In a divorce case that has dragged out over 12 years, a woman in New York has finally gained what she wanted from the settlement - a mixer.But the mixer, reports AP, isn't something she can now
In a divorce case that has dragged out over 12 years, a woman in New York has finally gained what she wanted from the settlement - a mixer.
But the mixer, reports AP, isn't something she can now display proudly on her kitchen bench ... it's six feet high and weighs two tons.
The commercial mixer, the Artofax, is a machine developed in Switzerland and Karin Seruga has been fighting for the right to manufacture and sell it as part of her bakery machine-making business, Seruga's Excellent Bakery Equipment Co, in Fairfield, near New York City.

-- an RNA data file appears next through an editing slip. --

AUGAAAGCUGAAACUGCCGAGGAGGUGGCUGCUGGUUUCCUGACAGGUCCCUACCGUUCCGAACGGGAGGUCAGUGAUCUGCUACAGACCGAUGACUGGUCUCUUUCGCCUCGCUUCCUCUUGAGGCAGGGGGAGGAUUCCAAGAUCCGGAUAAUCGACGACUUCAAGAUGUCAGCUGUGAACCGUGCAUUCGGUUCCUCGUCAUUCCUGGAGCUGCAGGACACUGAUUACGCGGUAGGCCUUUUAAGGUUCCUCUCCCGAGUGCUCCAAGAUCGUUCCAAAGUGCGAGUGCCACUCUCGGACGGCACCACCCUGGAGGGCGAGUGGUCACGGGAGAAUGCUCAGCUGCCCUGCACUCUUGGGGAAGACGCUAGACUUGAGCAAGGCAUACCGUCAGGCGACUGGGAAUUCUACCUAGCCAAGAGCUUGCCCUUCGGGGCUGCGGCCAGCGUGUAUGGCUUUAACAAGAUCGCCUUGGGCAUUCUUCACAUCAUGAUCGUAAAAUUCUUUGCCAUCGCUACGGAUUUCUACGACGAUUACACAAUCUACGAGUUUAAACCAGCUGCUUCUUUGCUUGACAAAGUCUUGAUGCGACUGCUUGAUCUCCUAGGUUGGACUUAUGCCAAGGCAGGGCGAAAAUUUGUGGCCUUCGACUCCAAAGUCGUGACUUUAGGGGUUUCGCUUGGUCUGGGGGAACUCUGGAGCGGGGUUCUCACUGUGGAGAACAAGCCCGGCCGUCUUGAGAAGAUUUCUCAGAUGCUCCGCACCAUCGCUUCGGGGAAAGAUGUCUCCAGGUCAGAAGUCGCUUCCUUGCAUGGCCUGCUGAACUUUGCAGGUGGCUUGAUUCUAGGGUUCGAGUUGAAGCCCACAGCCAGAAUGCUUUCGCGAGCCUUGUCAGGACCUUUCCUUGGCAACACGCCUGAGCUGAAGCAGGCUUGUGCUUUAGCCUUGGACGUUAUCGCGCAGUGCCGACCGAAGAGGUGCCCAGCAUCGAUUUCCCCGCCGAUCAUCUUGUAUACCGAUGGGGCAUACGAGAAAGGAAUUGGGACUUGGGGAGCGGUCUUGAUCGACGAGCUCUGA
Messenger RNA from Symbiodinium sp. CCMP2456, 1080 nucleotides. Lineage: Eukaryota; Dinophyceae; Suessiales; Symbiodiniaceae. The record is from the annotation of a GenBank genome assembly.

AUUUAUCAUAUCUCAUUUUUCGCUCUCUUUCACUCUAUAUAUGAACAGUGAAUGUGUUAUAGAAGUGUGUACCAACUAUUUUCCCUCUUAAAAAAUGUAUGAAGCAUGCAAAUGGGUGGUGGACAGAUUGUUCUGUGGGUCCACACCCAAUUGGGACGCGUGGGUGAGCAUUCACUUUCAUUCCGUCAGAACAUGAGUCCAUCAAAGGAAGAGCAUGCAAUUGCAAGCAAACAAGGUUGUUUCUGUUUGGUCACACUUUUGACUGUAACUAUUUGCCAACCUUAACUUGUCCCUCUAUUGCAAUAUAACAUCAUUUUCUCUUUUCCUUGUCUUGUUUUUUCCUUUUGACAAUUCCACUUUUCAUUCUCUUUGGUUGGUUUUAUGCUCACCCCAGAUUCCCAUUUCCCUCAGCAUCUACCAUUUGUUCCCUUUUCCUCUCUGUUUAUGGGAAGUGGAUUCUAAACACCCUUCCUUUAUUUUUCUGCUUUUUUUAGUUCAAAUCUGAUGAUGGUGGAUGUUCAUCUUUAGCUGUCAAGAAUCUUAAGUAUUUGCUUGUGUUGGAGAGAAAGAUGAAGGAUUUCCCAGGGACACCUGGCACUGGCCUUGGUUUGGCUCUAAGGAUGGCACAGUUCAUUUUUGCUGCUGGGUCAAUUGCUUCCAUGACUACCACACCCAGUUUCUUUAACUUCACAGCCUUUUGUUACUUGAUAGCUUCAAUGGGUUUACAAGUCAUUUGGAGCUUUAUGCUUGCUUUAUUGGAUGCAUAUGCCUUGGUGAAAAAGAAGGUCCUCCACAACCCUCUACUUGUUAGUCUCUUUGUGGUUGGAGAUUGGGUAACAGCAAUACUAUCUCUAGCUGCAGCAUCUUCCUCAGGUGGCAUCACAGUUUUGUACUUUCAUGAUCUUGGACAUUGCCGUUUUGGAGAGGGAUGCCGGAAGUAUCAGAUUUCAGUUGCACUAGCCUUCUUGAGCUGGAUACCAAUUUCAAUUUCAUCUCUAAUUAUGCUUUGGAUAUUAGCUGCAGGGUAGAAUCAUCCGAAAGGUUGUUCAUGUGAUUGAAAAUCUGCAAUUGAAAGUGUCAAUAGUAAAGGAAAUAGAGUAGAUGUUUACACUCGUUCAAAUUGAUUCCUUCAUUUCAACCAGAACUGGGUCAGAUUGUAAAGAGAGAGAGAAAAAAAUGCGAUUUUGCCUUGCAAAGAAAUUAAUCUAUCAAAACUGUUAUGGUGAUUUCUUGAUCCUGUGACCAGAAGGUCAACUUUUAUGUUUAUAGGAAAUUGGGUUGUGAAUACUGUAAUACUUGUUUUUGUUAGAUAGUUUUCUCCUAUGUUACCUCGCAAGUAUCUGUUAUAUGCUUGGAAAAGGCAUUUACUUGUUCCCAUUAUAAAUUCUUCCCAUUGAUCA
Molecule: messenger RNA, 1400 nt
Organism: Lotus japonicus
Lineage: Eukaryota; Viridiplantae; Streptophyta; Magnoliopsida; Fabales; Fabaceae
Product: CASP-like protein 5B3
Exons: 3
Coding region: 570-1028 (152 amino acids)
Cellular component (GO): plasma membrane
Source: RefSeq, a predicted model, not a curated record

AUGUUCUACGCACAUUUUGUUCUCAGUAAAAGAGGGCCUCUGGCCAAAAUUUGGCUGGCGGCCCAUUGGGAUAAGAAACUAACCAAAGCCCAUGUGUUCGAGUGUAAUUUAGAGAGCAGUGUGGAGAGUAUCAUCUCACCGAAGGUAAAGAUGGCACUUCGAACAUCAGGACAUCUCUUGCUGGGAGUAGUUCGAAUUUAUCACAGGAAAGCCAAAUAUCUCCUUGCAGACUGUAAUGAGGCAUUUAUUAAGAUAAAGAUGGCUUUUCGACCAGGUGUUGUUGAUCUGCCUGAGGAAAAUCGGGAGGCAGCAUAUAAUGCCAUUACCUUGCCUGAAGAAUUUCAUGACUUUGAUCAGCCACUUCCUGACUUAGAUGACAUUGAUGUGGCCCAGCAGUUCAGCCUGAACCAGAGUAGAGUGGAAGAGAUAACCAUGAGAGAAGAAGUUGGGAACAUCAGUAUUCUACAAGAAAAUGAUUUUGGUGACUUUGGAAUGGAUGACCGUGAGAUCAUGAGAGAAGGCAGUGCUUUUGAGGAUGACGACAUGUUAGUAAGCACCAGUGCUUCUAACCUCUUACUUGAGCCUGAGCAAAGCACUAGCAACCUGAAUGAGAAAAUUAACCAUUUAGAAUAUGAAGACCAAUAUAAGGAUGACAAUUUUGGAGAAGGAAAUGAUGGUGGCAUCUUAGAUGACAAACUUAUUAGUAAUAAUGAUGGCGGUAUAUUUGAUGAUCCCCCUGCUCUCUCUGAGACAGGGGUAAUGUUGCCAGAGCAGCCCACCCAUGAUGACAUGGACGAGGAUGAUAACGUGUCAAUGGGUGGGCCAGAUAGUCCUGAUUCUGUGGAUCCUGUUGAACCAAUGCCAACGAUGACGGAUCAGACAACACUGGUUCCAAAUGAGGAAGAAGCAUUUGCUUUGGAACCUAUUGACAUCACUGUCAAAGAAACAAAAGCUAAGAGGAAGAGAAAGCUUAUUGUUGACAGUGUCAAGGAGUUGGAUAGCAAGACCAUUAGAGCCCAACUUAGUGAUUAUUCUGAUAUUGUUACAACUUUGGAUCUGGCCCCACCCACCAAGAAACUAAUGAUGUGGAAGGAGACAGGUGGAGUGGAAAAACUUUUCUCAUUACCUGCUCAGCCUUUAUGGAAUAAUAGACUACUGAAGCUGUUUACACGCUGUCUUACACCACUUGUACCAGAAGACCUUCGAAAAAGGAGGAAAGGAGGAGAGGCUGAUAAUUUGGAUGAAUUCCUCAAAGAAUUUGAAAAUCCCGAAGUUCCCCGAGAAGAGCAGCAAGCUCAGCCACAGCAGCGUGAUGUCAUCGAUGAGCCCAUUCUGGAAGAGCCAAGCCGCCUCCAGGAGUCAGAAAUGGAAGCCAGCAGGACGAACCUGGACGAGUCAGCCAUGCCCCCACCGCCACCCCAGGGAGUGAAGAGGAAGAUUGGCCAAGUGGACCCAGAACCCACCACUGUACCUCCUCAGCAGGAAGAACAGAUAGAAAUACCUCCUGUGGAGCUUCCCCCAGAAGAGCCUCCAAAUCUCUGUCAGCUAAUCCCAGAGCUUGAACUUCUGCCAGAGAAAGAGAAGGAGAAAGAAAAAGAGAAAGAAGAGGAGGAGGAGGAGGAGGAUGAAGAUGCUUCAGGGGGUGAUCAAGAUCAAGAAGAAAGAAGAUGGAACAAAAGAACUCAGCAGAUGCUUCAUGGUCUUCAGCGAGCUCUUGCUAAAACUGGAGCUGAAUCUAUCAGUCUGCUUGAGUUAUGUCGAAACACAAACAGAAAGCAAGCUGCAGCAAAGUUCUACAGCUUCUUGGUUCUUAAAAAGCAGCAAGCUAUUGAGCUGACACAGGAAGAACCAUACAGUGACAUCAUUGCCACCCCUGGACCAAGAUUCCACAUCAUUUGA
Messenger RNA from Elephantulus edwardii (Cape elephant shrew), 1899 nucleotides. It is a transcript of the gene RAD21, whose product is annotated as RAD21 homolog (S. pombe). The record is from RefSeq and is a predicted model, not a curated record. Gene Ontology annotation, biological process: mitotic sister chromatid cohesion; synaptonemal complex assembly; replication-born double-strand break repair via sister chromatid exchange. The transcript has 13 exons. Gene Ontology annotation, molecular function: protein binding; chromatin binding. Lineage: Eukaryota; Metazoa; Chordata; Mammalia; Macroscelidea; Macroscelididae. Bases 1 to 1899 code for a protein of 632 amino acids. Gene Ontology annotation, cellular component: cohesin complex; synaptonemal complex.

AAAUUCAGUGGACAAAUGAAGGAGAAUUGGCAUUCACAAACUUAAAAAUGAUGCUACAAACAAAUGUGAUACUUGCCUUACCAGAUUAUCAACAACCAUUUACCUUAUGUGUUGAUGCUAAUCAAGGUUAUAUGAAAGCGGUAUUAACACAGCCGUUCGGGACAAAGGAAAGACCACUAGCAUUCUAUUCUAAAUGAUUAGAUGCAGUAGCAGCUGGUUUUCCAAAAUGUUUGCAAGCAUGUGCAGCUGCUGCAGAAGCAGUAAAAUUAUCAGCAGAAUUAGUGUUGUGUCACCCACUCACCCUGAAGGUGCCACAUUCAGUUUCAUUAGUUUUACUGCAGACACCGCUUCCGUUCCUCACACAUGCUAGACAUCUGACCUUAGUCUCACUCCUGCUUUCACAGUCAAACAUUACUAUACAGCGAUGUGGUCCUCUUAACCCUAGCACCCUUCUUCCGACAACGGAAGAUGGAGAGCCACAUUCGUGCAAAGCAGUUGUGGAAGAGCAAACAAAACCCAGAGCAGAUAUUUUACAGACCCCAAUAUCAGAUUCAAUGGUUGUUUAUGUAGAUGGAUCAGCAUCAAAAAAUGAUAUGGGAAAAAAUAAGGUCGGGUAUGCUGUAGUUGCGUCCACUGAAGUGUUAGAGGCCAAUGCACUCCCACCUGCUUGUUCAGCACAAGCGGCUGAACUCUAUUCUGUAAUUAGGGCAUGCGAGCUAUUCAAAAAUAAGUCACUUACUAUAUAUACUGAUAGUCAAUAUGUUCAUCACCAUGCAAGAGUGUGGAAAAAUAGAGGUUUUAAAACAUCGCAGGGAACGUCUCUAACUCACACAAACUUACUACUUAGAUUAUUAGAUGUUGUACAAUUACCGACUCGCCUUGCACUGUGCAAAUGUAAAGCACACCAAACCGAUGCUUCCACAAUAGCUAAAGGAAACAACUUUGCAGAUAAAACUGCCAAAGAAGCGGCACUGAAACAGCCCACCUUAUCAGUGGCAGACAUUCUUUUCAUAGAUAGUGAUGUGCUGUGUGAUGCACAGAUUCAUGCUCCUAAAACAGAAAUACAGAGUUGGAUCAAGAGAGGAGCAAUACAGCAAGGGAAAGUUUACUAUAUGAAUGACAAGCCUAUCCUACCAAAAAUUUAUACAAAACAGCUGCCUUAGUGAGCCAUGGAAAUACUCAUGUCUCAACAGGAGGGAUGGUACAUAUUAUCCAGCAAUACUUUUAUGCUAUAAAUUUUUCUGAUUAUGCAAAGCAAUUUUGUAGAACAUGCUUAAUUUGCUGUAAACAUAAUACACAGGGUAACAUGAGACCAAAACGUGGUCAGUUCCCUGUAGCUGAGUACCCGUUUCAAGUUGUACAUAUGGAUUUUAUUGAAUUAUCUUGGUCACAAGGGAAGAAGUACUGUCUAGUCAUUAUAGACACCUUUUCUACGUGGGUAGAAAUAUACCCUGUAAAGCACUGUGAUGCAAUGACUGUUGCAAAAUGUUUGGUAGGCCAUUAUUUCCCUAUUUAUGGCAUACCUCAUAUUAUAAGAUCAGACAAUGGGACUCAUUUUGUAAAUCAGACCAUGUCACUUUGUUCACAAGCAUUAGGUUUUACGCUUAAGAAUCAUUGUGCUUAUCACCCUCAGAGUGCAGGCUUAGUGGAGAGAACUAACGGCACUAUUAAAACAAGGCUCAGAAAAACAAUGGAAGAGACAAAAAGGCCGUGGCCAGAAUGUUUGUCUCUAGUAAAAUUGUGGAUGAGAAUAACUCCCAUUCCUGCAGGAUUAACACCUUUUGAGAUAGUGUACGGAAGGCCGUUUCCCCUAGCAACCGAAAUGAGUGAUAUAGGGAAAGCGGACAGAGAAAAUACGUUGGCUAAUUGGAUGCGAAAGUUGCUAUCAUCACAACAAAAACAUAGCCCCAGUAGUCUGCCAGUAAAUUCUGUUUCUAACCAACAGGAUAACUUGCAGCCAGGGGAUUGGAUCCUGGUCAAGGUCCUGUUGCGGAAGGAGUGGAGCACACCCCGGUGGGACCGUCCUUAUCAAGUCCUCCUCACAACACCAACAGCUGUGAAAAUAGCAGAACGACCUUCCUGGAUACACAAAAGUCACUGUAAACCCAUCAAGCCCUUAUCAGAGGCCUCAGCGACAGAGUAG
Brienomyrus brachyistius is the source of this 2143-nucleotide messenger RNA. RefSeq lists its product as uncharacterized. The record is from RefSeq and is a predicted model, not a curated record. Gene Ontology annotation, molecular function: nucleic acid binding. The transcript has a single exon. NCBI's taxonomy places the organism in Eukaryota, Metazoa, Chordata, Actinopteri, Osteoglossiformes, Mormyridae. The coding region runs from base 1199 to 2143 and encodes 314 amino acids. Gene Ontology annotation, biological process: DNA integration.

Her former husband, Richard Zinn, claimed there has been a trademark infringement and has been attempting to stop her producing the machine because he runs a competing business 20 miles away, in Fair Lawn, called Zinn's Excalibur Bagel and Bakery Equipment. He claimed he retained the trademark to produce the Artofax when their shared business - and marriage - collapsed. She claimed she did.
Zinn's lawyers claimed Seruga was "pursuing a matrimonial action in the guise of a trademark dispute".
Seruga denied this, saying "It was a matter of money. Business is business and you don't step on someone else's territory."
A Federal judge agreed with Seruga and awarded her a hefty $US570,000 ($628,000). And that's a lot of dough in anyone's book.
Folklaw believes that hell hath no fury like a woman, er, sconed.